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Home >> Life
UPDATED: 15:34, November 21, 2004
Cabbages invade Beijing streets
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Winter is traditionally the season of the cabbage. And in Beijing, this means the invasion of the cabbage. Hundreds of thousands have flooded the streets since the start of November-- too many in fact, for a city that now has many other vegetables to choose from, reported on Saturday.

Twenty years ago, people lined the streets, anxious to stock up on almost the only vegetable that was hardy enough, and cheap enough, to see them through the long, dry winter.

The cabbage began its patriotic decline in 1989. A glut in supplies meant public offices, schools, factories and army units were encouraged to eat the 80,000 tons left on the streets.

Today the queues are shorter, and households no longer horde 50 kilos.

But many old Beijingers, still living in ancient Hutongs, find their habits hard to topple.

An old Beijing resident said, "My income has limits so I have to store up cabbages for the long winter."

Another said, "When it's raining and snowing we don't go outside. This doesn't matter. If the old people at home have got vegetables to eat, it doesn't matter."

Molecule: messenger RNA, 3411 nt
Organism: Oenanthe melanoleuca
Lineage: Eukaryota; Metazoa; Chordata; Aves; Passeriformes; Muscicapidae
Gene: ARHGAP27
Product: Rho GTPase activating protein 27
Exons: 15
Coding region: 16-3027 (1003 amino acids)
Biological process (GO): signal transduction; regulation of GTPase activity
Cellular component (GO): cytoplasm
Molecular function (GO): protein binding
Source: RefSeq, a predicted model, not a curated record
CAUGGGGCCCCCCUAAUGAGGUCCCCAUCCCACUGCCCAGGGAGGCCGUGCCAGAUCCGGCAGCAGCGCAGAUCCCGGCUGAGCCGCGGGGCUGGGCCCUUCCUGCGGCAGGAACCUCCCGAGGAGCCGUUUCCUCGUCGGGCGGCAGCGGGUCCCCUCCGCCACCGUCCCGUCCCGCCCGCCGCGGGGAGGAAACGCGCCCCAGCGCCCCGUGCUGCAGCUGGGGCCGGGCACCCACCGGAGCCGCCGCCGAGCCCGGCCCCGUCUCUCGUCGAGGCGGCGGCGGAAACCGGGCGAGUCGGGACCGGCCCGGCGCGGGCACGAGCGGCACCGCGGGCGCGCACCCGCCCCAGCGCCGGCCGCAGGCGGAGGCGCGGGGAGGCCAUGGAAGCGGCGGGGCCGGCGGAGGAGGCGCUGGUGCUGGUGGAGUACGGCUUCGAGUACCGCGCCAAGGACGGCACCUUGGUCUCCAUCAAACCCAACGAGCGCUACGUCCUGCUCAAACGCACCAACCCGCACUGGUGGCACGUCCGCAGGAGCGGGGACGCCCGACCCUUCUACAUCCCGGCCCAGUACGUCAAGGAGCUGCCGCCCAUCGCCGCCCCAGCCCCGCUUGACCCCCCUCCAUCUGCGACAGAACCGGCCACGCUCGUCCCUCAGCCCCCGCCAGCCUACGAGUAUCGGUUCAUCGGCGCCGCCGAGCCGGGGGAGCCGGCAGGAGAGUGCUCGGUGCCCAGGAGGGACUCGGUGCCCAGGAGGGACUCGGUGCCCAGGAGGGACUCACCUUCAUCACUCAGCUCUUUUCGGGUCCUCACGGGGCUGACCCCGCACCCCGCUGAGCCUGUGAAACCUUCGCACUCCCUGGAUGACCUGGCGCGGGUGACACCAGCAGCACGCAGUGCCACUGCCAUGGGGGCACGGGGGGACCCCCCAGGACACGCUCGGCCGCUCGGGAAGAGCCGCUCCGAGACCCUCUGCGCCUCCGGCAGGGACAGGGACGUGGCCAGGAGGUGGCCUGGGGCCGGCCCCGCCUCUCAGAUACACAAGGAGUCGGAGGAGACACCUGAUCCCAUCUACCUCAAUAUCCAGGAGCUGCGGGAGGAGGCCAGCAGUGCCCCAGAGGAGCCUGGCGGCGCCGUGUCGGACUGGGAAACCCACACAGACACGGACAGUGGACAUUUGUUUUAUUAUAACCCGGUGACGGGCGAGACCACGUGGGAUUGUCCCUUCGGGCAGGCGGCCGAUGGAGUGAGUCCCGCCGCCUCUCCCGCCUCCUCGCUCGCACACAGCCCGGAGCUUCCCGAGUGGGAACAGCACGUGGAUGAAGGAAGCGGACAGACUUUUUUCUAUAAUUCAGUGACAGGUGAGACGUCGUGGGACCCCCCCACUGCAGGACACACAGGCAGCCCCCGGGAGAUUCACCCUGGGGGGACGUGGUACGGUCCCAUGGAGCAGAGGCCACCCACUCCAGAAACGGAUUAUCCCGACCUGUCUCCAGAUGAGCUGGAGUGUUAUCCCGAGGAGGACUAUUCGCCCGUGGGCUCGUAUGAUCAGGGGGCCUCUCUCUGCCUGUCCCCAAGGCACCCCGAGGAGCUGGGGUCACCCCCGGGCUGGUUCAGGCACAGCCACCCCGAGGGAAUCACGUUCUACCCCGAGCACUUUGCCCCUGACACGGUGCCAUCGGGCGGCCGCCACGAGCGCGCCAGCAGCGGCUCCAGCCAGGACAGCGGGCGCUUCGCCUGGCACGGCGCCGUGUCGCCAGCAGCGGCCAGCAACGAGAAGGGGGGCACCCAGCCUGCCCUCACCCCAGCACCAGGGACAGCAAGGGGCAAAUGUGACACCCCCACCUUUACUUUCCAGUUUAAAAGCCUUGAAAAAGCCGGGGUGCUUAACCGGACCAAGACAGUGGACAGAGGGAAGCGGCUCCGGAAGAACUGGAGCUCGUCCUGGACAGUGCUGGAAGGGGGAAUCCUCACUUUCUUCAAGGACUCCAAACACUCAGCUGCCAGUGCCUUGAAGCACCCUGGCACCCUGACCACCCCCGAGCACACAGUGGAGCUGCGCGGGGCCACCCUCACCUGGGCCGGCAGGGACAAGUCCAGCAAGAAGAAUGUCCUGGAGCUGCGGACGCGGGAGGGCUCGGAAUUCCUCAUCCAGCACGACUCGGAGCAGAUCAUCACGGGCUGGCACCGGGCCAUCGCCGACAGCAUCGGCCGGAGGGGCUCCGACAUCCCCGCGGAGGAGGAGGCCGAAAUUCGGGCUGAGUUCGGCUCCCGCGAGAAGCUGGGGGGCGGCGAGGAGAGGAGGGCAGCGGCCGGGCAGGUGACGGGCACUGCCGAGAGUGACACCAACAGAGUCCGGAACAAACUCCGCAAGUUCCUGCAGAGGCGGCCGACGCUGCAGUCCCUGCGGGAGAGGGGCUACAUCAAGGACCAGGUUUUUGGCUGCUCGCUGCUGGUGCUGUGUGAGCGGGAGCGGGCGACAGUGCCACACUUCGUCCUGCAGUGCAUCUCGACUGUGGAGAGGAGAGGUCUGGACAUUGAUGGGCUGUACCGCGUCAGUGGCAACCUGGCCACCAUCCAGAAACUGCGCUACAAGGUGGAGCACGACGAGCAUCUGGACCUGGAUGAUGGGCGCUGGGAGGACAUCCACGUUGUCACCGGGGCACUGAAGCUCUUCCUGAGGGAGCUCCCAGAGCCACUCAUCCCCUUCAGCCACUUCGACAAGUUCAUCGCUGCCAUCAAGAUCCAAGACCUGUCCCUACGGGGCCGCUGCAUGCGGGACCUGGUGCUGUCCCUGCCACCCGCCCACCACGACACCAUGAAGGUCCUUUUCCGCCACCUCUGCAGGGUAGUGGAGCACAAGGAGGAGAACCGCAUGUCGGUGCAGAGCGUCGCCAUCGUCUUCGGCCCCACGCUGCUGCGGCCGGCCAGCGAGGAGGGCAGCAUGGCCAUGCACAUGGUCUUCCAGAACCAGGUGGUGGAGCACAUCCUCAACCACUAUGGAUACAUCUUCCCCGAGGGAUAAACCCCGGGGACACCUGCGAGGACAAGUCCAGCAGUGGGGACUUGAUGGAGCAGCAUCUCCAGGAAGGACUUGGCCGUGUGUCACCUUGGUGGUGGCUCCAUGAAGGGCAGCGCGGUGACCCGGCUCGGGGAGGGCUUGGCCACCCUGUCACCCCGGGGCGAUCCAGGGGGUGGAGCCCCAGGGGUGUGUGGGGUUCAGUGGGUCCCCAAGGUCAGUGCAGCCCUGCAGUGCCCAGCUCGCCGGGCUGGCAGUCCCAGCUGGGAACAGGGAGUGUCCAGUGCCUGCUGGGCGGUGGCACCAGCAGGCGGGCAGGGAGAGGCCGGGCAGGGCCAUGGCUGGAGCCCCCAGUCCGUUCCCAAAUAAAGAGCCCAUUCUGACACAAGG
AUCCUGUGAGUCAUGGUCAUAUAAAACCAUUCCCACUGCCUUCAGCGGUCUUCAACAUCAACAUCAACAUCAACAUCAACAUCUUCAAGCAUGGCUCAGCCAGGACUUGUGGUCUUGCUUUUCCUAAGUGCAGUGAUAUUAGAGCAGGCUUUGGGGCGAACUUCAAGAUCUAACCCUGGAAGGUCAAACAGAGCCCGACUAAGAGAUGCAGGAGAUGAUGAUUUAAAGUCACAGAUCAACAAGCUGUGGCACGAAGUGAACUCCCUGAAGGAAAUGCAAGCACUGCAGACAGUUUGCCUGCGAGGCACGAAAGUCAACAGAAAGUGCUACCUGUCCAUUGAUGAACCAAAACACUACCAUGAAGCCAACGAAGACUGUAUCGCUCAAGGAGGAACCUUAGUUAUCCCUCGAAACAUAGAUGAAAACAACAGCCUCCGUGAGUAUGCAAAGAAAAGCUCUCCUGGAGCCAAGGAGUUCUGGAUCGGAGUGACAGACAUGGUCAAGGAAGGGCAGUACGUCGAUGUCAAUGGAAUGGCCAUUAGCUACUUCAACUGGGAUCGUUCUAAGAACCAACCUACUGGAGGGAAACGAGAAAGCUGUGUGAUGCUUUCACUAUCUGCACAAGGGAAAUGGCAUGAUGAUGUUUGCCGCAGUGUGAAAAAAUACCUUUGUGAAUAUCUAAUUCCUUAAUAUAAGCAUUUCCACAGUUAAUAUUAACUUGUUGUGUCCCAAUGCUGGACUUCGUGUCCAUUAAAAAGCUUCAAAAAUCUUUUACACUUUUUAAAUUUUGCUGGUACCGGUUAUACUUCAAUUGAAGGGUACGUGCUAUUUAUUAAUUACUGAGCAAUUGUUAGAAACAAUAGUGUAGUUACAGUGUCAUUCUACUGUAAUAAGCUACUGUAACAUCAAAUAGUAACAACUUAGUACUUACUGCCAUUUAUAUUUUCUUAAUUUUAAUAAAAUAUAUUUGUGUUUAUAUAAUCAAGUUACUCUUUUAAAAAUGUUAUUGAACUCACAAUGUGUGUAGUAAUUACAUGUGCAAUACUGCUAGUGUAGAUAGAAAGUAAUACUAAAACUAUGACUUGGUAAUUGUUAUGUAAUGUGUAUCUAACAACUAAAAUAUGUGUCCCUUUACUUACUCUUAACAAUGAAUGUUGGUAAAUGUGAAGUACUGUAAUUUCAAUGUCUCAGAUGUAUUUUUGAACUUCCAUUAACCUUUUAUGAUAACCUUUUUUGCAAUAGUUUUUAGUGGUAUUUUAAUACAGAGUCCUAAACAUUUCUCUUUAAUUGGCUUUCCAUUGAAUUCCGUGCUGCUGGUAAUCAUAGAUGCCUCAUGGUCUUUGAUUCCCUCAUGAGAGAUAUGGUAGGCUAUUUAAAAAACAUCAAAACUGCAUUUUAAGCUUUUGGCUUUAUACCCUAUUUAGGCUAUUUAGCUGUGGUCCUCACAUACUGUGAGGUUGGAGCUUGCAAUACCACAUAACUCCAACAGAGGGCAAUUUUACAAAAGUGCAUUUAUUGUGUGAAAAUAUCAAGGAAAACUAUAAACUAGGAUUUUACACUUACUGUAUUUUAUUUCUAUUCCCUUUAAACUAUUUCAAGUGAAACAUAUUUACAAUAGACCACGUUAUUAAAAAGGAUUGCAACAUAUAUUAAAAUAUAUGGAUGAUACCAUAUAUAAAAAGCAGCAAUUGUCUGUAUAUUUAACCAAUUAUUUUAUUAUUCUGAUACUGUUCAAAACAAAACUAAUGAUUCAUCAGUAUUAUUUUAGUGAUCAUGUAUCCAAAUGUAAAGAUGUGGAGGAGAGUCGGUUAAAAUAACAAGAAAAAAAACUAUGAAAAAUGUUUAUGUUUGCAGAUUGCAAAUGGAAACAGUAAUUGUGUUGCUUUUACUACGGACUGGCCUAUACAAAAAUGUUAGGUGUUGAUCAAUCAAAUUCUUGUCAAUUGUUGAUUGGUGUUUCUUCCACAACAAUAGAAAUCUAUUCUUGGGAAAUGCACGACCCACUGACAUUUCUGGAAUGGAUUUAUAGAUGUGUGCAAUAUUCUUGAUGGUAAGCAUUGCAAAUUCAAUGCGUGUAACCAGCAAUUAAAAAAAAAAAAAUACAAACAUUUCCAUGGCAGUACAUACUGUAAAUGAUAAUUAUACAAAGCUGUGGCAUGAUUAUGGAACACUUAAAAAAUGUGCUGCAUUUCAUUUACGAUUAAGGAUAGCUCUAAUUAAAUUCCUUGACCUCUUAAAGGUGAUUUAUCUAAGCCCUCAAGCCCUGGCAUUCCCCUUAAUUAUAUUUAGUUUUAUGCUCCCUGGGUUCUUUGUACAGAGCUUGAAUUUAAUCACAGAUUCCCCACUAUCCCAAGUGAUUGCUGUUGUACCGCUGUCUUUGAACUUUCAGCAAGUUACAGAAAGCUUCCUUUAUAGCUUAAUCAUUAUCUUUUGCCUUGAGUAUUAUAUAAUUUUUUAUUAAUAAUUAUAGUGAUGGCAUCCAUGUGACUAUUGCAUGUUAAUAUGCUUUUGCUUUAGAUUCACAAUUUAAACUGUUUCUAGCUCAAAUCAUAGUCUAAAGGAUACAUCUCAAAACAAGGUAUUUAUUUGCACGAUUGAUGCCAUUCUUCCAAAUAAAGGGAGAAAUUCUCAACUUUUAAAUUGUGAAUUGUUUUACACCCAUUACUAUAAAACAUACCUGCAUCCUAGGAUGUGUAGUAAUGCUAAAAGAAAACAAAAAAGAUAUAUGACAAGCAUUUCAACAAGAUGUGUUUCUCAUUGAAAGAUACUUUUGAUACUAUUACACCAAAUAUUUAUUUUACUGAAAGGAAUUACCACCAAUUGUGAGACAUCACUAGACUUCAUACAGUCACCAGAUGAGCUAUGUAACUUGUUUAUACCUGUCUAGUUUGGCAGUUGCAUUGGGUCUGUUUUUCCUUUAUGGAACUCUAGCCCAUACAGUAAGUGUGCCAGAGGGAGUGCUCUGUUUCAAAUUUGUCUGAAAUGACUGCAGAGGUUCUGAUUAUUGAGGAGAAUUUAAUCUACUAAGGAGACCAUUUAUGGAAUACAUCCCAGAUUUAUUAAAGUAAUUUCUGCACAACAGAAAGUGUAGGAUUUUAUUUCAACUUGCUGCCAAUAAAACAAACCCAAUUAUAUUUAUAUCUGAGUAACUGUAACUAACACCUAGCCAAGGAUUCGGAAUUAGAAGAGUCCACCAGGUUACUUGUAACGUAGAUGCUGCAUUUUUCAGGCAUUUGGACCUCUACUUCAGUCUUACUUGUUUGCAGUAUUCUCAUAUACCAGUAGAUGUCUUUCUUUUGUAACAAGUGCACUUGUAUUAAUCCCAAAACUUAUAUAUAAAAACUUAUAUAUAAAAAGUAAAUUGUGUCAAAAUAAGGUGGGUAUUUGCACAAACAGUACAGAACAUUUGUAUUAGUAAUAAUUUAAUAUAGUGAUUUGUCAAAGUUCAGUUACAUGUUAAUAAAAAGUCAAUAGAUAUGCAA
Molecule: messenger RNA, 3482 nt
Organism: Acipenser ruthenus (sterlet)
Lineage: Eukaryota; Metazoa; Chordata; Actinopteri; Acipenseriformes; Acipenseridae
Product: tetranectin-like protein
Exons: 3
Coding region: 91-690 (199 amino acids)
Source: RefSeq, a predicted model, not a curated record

Now a hundred types of vegetables are being sold in local markets and global chain supermarkets so the cabbage is just one of many things goodies filling a winter shopping bag.

A Beijing resident Wang Guirong said, "Very early on we used to buy cabbages. But these past few years we haven't because there are always vegetables throughout the winter."

This lack of demand and an excellent harvest has produced another glut in cabbages. This year's prices are a rock bottom one mao for one jin, around 1.2 cents for half a kilo.

One vegetable seller describes the effect this has had on farmers.

Vegetable seller said, "Farmers are making about 200 Yuan per Mu - not enough to cover their costs of fertilisers and pesticides."

The demand for cabbage hills may have gone, but Beijingers' enthusiasm for a huge array of cabbage dishes has not diminished. Enditem


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